Managing Time With Ashore
To help users better manage their time, Ashore provides a proof timeline for every project, including all communications and actions taken on a proof. This will allow you to reference previous work when planning future projects, so you can better determine how long each stage will realistically take. Ashore also offers a dashboard allowing you to see the status of every proof, color-coded so you can quickly assess whether a project is approved, being reviewed, or overdue. And lastly, Ashore offers helpful automations to streamline the entire process. To make sure everyone stays on track, Ashore offers automatic notifications and reminders, saving the designer from having to write and send them out themselves, and automated workflows, so once you find a process that works, you can replicate it. With all of this, designers on Ashore get their proofs approved 50% faster (that’s an actual statistic!).
Managing Budget With Ashore
Miscommunications can be detrimental to a project’s budget. According to a 2011 report, poor communication cost the 400 large companies surveyed an average of $62.4 million per year in productivity losses. While a single design project is unlikely to lose $62.4 million, design work isn’t immune from this issue. Miscommunications can run rampant during review and approval; while the client might have a clear picture of what they want in their heads, they may not always communicate it in the best way. In those situations, the designer is left creating far too many iterations, and the client is left paying for all of that unnecessary work. Ashore all but solves this problem. Ashore offers contextual commenting, threaded comments, and markup tools, putting reviewers in a position to point to something directly and talk about it. With this, artwork can get approved faster, because the parties involved can actually understand what each other are saying.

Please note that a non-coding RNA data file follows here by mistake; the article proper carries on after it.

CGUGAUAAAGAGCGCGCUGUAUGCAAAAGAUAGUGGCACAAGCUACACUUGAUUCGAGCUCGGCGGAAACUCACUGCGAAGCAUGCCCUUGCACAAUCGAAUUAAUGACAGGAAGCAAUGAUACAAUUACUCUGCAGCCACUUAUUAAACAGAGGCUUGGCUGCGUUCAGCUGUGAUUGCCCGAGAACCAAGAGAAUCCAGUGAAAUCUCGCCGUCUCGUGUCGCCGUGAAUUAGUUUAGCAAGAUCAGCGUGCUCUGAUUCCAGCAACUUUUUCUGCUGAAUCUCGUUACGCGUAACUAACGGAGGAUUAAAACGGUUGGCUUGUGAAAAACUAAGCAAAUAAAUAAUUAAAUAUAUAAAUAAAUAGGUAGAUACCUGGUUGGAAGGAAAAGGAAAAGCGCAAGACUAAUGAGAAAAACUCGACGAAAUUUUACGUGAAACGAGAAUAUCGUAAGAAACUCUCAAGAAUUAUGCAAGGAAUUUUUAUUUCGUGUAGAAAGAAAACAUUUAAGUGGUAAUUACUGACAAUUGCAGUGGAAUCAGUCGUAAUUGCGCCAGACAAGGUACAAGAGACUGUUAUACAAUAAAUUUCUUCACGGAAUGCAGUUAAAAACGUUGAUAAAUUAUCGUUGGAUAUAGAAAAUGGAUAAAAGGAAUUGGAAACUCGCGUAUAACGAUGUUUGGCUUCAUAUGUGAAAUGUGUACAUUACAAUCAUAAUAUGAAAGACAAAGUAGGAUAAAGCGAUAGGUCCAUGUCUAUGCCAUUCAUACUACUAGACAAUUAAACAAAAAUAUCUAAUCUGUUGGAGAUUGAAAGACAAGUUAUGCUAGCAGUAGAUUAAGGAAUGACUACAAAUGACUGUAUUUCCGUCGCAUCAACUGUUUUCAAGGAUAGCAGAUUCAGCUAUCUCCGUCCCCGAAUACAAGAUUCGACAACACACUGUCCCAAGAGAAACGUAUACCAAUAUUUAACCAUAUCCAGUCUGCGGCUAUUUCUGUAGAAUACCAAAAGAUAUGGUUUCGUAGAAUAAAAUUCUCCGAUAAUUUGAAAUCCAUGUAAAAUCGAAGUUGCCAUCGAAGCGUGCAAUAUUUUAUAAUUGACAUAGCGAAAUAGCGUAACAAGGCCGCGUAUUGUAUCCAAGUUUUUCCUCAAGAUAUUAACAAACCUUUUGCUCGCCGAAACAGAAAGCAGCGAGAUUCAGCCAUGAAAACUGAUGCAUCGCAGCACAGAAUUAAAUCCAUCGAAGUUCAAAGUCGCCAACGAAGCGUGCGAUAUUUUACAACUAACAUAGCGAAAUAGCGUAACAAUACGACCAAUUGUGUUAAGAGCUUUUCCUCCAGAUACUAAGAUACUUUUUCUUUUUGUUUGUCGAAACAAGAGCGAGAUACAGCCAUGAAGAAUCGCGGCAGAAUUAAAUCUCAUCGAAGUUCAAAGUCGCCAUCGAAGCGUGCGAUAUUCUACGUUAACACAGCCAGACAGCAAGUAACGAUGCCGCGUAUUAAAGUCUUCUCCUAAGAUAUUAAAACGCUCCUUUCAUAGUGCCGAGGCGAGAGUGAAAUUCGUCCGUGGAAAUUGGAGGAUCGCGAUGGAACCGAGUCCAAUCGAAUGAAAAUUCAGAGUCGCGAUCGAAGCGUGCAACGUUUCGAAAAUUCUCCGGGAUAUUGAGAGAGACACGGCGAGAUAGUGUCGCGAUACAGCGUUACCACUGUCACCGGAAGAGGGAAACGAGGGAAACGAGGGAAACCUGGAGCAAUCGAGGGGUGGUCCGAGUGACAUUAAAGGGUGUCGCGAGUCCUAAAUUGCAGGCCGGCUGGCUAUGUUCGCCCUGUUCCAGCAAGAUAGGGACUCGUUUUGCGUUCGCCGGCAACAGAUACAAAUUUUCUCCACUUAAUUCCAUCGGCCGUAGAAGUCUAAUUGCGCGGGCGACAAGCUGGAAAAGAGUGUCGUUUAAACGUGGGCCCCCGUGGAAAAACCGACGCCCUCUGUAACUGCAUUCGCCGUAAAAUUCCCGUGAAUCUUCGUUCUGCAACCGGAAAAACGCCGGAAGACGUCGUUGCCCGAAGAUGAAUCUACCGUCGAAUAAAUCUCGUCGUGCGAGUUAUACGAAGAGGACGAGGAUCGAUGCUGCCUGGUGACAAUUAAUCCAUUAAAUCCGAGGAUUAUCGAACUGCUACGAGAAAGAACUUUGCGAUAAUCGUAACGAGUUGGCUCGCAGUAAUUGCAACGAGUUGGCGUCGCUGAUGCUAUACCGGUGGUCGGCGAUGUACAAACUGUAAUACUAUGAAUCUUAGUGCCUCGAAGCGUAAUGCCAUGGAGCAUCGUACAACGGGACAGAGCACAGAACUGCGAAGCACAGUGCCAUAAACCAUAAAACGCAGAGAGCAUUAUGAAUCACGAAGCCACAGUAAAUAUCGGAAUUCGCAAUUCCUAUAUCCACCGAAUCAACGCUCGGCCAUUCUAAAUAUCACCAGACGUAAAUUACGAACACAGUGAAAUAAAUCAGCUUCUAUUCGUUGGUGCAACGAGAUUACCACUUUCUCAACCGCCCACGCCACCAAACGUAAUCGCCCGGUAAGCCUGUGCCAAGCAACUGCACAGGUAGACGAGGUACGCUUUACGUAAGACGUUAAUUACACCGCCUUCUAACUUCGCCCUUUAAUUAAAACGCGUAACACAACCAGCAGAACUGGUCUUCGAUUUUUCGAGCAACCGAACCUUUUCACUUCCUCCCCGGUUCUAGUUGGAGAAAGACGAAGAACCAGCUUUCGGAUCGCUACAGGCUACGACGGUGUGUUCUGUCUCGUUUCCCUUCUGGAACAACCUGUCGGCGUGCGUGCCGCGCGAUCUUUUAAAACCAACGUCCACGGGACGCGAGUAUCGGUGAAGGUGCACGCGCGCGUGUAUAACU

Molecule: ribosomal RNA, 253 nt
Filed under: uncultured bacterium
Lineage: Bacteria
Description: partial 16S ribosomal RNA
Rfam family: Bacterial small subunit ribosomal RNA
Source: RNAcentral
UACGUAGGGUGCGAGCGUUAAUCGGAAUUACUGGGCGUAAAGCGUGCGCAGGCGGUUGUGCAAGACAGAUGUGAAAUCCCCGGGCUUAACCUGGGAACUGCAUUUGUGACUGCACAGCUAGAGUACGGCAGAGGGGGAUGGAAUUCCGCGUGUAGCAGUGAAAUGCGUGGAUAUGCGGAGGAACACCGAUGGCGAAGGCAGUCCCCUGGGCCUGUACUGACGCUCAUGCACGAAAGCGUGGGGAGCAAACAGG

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With fully customizable checklists, proof timelines, contextual commenting, and markup tools, Ashore has everything you need to get more out of your time and money. Ready to game the Iron Triangle of design project management? Sign up for free now!